United States District Court, W.D. Tennessee, Eastern Division
ORDER OVERRULING PLAINTIFFS’ OBJECTION TO REPORTS AND RECOMMENDATIONS, ADOPTING REPORTS AND RECOMMENDATIONS AND DISMISSING CASES
J. DANIEL BREEN CHIEF UNITED STATES DISTRICT JUDGE
The Plaintiffs, Jeff and Marlene Hart, brought a pro se action on February 11, 2015 alleging violations of the Fair Debt Collection Practices Act (“FDCPA”), 15 U.S.C. § 1692, the Real Estate & Settlement Procedures Act (“RESPA”), 12 U.S.C. § 2601, and Tennessee law. (Hart v. Wood, et al., No. 1:15-1028-JDB-egb (W.D. Tenn.), Docket Entry (“D.E.” 1.) On June 4, 2015, a pro se complaint filed by the Harts, alleging identical claims, was transferred from the United States District Court for the Northern District of Alabama to this Court. (Hart v. Wood, et al., No. 1:15-1143-JDB-egb (W.D. Tenn.), D.E. 1.) United States Magistrate Judge Edward G. Bryant screened them together pursuant to 28 U.S.C. § 1915, and entered a report and recommendation on June 24, 2015, recommending that they be dismissed sua sponte for failure to state a claim pursuant to Rule 12(b)(6) of the Federal Rules of Civil Procedure. Plaintiffs filed a one-page objection on July 9, When objections are made to a report and recommendation, "[t]he district judge must determine de novo any part of the magistrate judge's disposition that has been properly objected to." Fed.R.Civ.P. 72(b)(3). "The district judge may accept, reject, or modify the recommended disposition; receive further evidence; or return the matter to the magistrate judge with instructions." Id.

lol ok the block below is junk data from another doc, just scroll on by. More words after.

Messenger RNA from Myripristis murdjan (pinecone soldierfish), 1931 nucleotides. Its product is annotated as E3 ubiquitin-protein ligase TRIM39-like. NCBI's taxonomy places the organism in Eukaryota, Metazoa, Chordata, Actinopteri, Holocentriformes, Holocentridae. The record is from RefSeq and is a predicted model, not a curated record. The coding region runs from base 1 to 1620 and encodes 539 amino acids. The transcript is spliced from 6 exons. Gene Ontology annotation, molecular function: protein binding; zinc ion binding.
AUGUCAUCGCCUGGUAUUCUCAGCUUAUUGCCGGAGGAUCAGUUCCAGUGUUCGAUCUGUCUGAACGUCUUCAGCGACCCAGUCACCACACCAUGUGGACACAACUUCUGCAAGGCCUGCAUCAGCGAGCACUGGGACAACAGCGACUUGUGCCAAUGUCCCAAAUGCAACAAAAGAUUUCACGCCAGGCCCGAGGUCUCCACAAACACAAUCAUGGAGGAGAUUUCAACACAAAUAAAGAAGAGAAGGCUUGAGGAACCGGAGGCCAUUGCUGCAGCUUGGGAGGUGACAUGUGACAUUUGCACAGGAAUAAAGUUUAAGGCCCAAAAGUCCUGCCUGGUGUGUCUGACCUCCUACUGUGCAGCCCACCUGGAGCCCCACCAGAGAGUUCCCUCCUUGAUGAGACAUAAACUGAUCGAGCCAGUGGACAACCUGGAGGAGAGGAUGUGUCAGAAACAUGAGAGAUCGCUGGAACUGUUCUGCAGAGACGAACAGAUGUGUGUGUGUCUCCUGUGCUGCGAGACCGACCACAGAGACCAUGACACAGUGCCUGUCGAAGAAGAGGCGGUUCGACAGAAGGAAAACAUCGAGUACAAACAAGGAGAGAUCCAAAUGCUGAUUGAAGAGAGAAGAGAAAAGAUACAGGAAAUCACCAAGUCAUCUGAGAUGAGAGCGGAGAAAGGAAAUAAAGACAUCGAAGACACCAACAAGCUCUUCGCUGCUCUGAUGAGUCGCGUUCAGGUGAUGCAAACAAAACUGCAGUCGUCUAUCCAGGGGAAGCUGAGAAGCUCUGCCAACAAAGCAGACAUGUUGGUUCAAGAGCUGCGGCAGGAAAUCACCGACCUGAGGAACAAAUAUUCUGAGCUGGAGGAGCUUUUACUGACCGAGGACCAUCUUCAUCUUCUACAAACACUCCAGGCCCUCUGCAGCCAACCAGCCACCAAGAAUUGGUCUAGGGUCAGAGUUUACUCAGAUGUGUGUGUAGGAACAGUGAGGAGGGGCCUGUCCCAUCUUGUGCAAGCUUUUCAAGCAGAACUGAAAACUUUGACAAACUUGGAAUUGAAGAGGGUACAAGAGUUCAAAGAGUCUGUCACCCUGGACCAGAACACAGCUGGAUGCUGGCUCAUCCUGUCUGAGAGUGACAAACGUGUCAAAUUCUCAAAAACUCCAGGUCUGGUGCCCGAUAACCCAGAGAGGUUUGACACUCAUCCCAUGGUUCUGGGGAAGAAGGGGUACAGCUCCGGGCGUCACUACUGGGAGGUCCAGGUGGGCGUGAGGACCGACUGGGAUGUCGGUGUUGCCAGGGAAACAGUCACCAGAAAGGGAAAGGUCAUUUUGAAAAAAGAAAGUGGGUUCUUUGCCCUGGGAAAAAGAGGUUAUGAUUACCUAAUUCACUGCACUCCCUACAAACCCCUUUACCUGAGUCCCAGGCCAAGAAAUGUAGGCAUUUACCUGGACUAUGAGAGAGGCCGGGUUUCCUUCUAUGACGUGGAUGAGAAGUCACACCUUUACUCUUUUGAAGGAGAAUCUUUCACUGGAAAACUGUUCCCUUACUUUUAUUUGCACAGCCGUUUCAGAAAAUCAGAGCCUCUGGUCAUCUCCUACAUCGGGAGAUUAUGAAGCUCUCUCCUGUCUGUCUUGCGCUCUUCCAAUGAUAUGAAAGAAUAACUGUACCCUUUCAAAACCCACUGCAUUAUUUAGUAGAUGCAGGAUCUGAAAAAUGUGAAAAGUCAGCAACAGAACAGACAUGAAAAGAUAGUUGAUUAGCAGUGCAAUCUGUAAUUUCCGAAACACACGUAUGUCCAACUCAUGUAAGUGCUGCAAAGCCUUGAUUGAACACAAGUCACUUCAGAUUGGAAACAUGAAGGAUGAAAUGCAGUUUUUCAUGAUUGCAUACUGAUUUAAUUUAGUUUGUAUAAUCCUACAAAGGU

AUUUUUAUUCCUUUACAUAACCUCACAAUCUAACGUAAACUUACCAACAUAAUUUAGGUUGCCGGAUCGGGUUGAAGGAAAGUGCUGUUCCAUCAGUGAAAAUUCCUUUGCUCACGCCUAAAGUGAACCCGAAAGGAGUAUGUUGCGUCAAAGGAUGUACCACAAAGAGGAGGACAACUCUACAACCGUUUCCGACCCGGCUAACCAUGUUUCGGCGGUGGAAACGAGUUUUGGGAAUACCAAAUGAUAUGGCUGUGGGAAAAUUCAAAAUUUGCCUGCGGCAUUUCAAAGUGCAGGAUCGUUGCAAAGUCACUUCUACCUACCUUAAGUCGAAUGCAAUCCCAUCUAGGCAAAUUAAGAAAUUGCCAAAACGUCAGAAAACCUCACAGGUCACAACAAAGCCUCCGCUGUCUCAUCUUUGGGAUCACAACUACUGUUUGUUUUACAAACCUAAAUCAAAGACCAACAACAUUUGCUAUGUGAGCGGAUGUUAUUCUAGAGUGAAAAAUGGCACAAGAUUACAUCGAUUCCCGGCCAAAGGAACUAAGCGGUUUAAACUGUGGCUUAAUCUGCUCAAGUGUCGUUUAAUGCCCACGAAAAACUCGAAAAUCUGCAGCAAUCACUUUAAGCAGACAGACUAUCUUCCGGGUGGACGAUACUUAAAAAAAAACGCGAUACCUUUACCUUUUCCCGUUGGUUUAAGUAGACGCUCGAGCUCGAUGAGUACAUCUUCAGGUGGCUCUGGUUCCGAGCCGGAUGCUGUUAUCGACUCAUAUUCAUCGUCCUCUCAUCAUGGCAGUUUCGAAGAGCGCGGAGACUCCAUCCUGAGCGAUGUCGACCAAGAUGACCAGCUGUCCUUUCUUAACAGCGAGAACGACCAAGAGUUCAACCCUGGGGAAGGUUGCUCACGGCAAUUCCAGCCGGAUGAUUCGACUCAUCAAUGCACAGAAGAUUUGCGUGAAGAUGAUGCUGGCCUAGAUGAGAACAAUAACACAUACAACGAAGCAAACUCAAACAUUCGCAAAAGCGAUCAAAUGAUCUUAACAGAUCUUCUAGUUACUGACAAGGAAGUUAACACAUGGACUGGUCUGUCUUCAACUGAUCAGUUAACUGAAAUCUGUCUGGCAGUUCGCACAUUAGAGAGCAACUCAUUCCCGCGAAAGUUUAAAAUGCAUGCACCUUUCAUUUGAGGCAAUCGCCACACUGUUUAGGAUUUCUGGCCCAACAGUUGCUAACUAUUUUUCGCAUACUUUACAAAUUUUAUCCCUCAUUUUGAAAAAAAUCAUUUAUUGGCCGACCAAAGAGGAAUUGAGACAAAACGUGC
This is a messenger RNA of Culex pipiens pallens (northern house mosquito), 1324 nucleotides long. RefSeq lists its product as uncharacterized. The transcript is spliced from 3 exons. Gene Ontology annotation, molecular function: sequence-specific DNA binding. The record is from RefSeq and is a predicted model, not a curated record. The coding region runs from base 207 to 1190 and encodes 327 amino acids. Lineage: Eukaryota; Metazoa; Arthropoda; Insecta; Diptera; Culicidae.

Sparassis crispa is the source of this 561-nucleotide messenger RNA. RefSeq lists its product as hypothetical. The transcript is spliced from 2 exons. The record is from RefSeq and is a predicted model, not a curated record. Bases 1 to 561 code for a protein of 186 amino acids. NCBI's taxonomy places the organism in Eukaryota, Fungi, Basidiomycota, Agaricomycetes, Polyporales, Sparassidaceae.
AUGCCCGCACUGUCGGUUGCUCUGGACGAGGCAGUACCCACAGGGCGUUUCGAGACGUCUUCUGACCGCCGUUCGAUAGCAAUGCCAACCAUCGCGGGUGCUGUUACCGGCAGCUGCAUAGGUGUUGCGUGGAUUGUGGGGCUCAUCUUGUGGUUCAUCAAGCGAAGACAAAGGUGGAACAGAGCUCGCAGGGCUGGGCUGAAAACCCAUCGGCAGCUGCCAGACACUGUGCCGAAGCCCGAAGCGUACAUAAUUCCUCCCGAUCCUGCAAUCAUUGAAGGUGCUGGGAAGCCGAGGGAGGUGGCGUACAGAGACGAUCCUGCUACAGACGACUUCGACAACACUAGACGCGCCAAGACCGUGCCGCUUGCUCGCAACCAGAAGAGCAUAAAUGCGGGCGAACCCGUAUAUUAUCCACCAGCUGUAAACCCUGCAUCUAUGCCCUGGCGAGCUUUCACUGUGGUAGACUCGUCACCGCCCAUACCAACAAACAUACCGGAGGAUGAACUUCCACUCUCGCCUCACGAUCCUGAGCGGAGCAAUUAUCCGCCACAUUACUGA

The Magistrate Judge found that the RESPA claims were barred by the statute of limitations, the FDCPA claims failed because Tenn. Code Ann. § 35-5-114 provides that any successor trustee automatically succeeds to all of the powers, duties, authority, and title of the original trustee, and because Defendant Wood, the successor trustee in this matter, was not a “debt collector” as defined by the statute. Because the federal claims were subject to dismissal, Magistrate Judge Bryant recommended that the Court decline to exercise its supplemental jurisdiction over Plaintiffs’ remaining state law claim.
Plaintiffs’ contention that the reports and recommendations are an “abuse of discretion” is non-specific, vague, and does not constitute a proper objection. See Fields v. Lapeer 71-A Dist. Ct. Clerk, 2 F.App'x 481, 482-83 (6th Cir. 2001) (the filing of vague, general or conclusory objections to a magistrate judge's report and recommendation is tantamount to a complete failure to object); Seals v. Seals, No. 2:14-cv-2058-JPM-cgc, 2014 WL 3592037, at *2 (W.D. Tenn. July 21, 2014) ("Failure to identify specific concerns with a magistrate judge's report results in treatment of a party's objections as a general objection to the entire magistrate judge's report. A general objection is considered the equivalent of failing to object entirely."). Upon review of the reports and recommendations, the Court finds no basis for rejection or modification of the recommended dispositions. Accordingly, the reports and recommendations are ADOPTED in their entirety.
Plaintiffs’ complaints are ...